With International Women’s Day coming up tomorrow, Paul Writer has been featuring interviews in our ‘Beyond Pink’ segment regarding what women in the marketing field have to say about recent social movements like #MeToo. The #MeToo movement has been all over the media and has created quite a buzz. In this segment of ‘Beyond Pink’, we talk to Anita Nayyar, CEO, Havas Media Group, India & South Asia.
1. How is the #MeToo movement impacting the brands and the future of advertising?
The growth of our industry lies in the kind of work we produce and support as agencies and brands. Our work reflects our thinking and mindset which further determines workplace equality. As an industry we’ve come a long way with campaigns like #LikeAGirl, #JaneWalker, #ShareTheLoad, #UnitedbyHalf and are surely and swiftly moving in the right direction, towards gender equality.
We are seeing a progressive shift in advertising, a more holistic approach by making ‘acts, not ads’. Instead of just making an ad that will sell a product, we try to come up with an act that will solve a problem while promoting the product, making a positive and meaningful contribution to society while making the brand look good. By empowering our clients and society, we speak up for the #MeToo victims.
2. Has the #MeToo movement in any way changed how you view things at your workplace or any changes in policies or workshops on awareness?
In light of wider #MeToo revelations, Havas Group launched two new mandatory global online trainings for all employees that covered not only harassment but also business ethics, anti-corruption & bribery and treating people with respect. In a statement made by Havas Group’s Chief Executive, Yannick Bolloré stated, ‘Havas’ culture is built on respect of each other. Harassment can take on many forms, both physical and verbal. Neither is acceptable. These courses will reinforce the behaviors expected of Havas employees. It’s important to have a cohesive work environment that maintains the reputation of our business with clients, partners, and vendors—and provides a supportive environment for our employees.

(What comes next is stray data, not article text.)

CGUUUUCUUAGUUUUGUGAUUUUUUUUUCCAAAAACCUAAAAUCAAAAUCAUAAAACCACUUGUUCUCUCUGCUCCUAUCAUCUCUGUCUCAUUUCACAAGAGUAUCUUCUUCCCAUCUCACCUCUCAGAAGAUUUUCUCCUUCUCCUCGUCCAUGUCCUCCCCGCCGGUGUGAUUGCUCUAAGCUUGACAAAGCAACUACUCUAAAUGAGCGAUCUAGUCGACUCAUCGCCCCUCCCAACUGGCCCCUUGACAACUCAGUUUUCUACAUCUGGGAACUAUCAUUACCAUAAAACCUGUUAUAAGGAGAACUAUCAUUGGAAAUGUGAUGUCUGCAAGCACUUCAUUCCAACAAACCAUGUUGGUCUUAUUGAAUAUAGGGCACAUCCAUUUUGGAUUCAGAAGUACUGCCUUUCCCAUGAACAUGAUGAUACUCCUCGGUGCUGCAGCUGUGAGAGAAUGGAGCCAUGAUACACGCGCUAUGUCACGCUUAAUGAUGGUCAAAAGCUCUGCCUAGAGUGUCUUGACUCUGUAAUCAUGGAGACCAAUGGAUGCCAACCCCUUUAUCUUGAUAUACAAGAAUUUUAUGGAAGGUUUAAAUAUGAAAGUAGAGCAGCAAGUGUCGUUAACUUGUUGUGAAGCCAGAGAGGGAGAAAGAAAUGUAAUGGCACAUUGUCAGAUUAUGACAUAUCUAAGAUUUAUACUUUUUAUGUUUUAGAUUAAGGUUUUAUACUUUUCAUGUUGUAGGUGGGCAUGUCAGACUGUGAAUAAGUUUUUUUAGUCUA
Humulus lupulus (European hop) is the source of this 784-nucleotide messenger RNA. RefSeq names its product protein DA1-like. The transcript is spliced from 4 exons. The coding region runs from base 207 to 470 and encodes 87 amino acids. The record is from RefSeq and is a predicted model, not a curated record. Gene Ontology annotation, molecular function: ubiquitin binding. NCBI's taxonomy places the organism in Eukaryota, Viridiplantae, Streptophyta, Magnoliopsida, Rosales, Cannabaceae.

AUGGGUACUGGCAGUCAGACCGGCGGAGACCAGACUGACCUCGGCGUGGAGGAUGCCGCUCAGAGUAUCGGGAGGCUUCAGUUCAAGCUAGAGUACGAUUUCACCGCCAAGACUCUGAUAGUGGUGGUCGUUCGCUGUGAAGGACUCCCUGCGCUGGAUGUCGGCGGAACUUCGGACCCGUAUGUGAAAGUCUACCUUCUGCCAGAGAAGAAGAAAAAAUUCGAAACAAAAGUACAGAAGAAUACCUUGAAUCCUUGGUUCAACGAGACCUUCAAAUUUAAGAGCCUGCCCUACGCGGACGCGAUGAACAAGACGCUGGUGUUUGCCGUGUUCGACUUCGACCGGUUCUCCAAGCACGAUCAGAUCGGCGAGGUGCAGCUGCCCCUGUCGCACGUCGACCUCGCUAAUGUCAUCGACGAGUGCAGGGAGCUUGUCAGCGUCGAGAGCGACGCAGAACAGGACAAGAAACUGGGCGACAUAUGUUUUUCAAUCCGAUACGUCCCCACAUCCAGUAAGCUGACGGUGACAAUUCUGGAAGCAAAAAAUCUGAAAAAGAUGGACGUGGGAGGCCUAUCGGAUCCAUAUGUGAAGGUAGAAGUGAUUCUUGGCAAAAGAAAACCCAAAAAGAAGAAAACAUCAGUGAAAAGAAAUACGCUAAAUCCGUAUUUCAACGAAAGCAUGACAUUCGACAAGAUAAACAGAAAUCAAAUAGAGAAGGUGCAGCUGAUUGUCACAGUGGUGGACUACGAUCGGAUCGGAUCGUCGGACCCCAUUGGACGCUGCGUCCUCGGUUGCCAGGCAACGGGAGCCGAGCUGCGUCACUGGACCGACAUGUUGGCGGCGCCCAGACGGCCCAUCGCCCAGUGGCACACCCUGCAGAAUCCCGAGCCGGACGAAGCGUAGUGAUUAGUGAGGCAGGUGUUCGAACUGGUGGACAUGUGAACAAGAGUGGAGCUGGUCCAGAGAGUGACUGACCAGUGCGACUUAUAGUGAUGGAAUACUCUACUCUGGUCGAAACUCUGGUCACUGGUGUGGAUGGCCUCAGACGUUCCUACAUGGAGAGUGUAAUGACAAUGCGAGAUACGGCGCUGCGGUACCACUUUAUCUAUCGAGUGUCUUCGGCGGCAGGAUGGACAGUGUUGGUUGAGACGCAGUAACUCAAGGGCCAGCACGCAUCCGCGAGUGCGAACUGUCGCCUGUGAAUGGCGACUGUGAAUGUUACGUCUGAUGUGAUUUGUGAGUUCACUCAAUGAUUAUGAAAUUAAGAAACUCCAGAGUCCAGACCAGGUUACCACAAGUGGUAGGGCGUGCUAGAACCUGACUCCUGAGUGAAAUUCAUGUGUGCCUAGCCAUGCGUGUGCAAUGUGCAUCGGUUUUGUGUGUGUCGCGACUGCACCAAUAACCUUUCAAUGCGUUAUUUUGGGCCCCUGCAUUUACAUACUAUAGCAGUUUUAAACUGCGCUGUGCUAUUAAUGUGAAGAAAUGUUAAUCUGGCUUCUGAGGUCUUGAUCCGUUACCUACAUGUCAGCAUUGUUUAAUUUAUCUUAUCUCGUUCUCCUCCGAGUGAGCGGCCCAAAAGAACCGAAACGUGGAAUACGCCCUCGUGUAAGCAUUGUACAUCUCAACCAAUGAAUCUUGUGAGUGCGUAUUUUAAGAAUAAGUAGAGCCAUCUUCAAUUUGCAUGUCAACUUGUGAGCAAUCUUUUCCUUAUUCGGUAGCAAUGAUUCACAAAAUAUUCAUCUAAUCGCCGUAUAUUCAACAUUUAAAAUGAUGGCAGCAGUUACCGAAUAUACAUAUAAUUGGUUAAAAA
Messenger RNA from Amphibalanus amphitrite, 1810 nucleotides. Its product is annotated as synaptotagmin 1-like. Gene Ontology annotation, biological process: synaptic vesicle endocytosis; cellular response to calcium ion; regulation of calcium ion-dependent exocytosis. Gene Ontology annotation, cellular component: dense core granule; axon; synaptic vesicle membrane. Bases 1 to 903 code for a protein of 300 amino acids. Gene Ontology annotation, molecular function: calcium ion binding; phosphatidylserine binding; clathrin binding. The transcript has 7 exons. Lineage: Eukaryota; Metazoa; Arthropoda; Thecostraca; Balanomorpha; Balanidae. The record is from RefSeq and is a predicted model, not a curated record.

3. Has there been any other social cause or movement or maybe even a protest that created waves in your field?
Advertising & wider creative industries are always the first to be affected by any social movements. Another issue that made news in 2017 was YouTube’s content fiasco. We saw a lot of brands withdraw advertising from Google’s platforms after the video platform, YouTube wrongly placed a few ads next to extremist videos, raising concerns over brand safety and media transparency. In fact, Havas UK was the first major global marketing company to pull out its entire ad spend from Google and Youtube, to protect the reputation of its clients on digital platforms and provide a safe environment for advertising. Marketers since then, have been attacking these issues from multiple fronts, and there is a real effort to transform. Many brands have been changing how they think about digital and stepping up standards and governance. As an industry, we are redoubling our efforts to deliver a quality advertising environment, meet advertiser demands and create value for users.
4. What advice would you give to young women who have just started their careers?
Stay focused, never get bogged down by the societal pressures, maintain a work-life balance & never hesitate to speak up for your rights.
5. What is your personal opinion about #MeToo?
Harassment can happen to anyone, anywhere in any form. But there are still a lot of them who are ignorant about this subject and don’t even realize if they are being harassed. Hence, awareness is of utmost importance according to me. Indian women choose to succumb to societal pressures much easier than their western counterparts and refrain from talking about it. Thanks to the #MeToo movement for spreading awareness, we saw a lot of women come out of their shells and make open confessions. Not to forget the contribution of some supportive men.